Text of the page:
Professor Lawrence P. King

Daniel G. Collins

Professor Lawrence P. King, who died on April 1 of this year at the age of seventy-two, gave more than a half-century of remarkable service to New York University School of Law. He entered the Law School in September, 1950. Larry, as he was known to all, was both the Articles Editor and the Book Review Editor of the Law Review, a prodigious feat given that it produced eight issues per year. Larry received his LL.B. in 1953, worked for two years as an attorney at Paramount Pictures, and then earned an LL.M. at the University of Michigan. In 1957, Larry took his first teaching position as an Assistant Professor at Wayne State University Law School in Detroit. He returned to New York University School of Law in 1959 as an Associate Professor and became a full Professor in 1993. In later years, Larry was a visiting professor at Berkeley, Temple, and Houston, and at three Israeli universities: Hebrew, Tel Aviv, and Haifa.

The Practical Scholar

David G. Epstein

Larry King was “the practical scholar” for bankruptcy. In 1992, Harry Edwards, a District of Columbia Court of Appeals judge who has been a lecturer at New York University Law School since 1989, provided a definition of “practical scholarship” that defines Larry’s scholarship: “[I]t analyzes the law and the legal system with an aim to instruct attorneys in their consideration of legal problems; to guide judges and other decisionmakers in their resolution of legal disputes; and to advise legislators and other policymakers on law reform.”‘

Master Teacher Remembered

Michael L. Cook

We lost a gifted teacher when Larry King died on April 1. Many constituencies rightfully can claim this loss, including New York University School of Law, where he was the Charles Seligson Professor of Law and where he taught for forty years (he called it the “Law School”); and the world’s legal community: courts, practitioners, and scholars that regularly relied on his clear, practical writings such as the authoritative Collier bankruptcy treatise.

Antitrust and International Regulatory Federalism

Andrew T. Guzman

In this Essay, Andrew Guzman proposes internationalization of antitrust law to supplant current methods of antitrust regulation across national borders. Specifically, instead of relying on local regulation, bilateral agreements between states, or a choice-of-law rule for antitrust enforcement, countries should adopt universal substantive standards. Moreover, Guzman recommends the World Trade Organization (WTO), which already employs a dispute resolution mechanism, as the governing forum for international antitrust issues. There, states can negotiate transfer payments in one international transaction to achieve agreement in another. Upon evaluating Professor Eleanor Fox’s proposal of a stand-alone World Competition Forum that would specialize exclusively in international antitrust negotiations, Guzman concludes that the WTO is the preferred forum. Its dispute resolution system would facilitate substantive cooperation among countries by allowing for concessions exchanged in antitrust as well as in other areas of international relations.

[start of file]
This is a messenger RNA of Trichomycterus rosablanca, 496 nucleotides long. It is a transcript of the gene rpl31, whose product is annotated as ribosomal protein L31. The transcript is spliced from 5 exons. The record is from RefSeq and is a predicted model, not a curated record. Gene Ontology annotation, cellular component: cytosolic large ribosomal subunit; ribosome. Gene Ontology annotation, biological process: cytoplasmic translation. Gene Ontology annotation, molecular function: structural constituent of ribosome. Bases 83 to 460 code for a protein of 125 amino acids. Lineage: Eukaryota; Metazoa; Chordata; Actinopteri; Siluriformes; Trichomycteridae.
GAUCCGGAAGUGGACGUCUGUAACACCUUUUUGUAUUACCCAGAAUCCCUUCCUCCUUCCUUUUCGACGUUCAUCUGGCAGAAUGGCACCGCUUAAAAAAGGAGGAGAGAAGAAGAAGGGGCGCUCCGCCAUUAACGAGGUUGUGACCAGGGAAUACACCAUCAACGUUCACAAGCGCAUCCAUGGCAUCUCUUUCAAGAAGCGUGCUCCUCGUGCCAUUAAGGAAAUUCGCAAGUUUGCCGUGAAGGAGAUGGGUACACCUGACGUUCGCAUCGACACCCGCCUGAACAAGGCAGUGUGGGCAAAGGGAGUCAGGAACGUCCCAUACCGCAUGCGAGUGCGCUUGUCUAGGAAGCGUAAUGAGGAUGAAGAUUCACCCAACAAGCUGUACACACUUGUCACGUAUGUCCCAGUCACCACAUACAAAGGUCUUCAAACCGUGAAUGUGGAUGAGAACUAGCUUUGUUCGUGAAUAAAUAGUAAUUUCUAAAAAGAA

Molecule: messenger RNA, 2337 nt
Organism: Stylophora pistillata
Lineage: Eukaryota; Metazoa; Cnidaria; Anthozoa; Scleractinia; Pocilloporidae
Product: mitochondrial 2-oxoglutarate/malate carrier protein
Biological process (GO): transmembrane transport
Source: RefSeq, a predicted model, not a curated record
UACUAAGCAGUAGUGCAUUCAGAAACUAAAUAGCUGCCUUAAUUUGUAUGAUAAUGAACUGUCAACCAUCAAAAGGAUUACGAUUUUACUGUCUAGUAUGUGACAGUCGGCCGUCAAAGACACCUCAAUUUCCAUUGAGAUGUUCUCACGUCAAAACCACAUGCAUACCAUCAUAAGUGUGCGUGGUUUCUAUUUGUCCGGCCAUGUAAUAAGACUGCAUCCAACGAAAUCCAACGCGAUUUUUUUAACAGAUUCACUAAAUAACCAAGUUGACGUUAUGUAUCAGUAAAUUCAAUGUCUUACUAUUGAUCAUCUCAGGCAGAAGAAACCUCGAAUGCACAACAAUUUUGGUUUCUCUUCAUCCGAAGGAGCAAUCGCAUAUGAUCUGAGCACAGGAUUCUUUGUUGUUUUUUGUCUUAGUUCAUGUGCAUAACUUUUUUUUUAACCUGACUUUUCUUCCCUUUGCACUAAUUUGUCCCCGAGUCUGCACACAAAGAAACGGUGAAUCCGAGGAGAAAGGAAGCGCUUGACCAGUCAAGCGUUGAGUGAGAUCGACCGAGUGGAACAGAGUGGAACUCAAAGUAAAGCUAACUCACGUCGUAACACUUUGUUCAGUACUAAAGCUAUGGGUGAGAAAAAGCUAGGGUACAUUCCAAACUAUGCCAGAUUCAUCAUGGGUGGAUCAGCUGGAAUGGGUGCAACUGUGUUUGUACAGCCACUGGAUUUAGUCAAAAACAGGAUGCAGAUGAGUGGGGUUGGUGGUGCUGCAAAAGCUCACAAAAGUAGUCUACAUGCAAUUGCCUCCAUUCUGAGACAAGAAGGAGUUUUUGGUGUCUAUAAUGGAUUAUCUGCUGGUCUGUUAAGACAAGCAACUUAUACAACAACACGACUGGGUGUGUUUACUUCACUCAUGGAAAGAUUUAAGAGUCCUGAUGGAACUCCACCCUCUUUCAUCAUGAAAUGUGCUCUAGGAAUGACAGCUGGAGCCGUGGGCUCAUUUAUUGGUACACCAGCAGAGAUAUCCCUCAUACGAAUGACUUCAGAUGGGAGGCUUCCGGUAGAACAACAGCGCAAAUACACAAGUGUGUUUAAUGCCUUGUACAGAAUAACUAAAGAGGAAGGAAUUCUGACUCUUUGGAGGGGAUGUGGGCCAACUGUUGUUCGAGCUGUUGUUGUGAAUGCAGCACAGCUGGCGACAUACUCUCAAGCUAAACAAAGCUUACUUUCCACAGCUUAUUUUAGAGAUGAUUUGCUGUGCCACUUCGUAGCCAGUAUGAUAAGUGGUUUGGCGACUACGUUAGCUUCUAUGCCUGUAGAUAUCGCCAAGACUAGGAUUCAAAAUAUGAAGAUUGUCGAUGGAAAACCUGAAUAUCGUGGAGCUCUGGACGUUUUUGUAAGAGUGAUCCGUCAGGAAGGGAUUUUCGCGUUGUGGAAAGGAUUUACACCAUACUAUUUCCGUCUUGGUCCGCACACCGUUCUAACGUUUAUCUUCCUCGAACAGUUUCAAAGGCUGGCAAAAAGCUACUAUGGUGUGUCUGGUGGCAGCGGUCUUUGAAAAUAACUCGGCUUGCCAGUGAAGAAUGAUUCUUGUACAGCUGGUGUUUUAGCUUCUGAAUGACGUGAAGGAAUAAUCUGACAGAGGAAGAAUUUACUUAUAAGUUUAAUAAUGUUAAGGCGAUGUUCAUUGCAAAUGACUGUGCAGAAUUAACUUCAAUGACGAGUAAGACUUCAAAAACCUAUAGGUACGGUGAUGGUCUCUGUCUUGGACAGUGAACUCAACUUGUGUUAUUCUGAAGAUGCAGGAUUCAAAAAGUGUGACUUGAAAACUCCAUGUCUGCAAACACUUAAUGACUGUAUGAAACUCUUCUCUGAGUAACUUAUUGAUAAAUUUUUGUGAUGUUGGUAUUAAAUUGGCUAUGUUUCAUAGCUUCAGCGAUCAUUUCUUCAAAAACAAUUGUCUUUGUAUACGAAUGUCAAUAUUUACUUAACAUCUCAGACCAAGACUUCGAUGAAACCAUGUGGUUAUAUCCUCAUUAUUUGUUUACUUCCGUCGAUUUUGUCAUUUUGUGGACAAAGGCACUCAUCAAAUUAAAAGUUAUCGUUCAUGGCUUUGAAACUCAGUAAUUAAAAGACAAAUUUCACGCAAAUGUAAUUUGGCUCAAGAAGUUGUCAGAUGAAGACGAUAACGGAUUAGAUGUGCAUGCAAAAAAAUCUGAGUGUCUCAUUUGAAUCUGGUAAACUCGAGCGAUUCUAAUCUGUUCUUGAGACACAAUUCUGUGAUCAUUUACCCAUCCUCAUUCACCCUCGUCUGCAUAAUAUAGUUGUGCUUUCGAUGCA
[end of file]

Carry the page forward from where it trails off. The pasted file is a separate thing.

Stare Decisis and the Constitution: An Essay on Constitutional Methodolgy

Richard H. Fallon, Jr.

Professor of Law, Harvard University. B.A., 1975, Yale University; B.A., 1977, Oxford University; J.D., 1980, Yale University.

In this Essay, Professor Richard Fallon explains and defends the constitutional status of stare decisis. In part, Professor Fallon responds to a recent article by Professor Michael Stokes Paulsen, who argues that Supreme Court adherence to precedent is a mere “policy,” not of constitutional stature, that Congress could abolish by statute. In particular, Paulsen argues that Congress could enact legislation denying precedental effect to Supreme Court decisions establishing abortion rights. In reply, Professor Fallon contends that Paulsen’s argument depends on contradictory premises. If stare decisis lacked constitutional stature, then under Paulsen’s methodological assumptions it also would be indefensible as a “policy,” because a mere policy could not legitimately displace results that the Constitution otherwise would require. In defending the constitutional status of stare decisis, Professor Fallon develops arguments based on the text, structure, and history of the Constitution. But he emphasizes that the “legitimacy” of stare decisis is supported, partly independently, by its entrenched status and by the contribution that it makes to the justice and workability of the constitutional regime. More generally, Professor Fallon argues that constitutional legitimacy rests upon the relatively contestable bases of widespread acceptance and reasonable justice, and not upon “consent” to be governed by the written Constitution.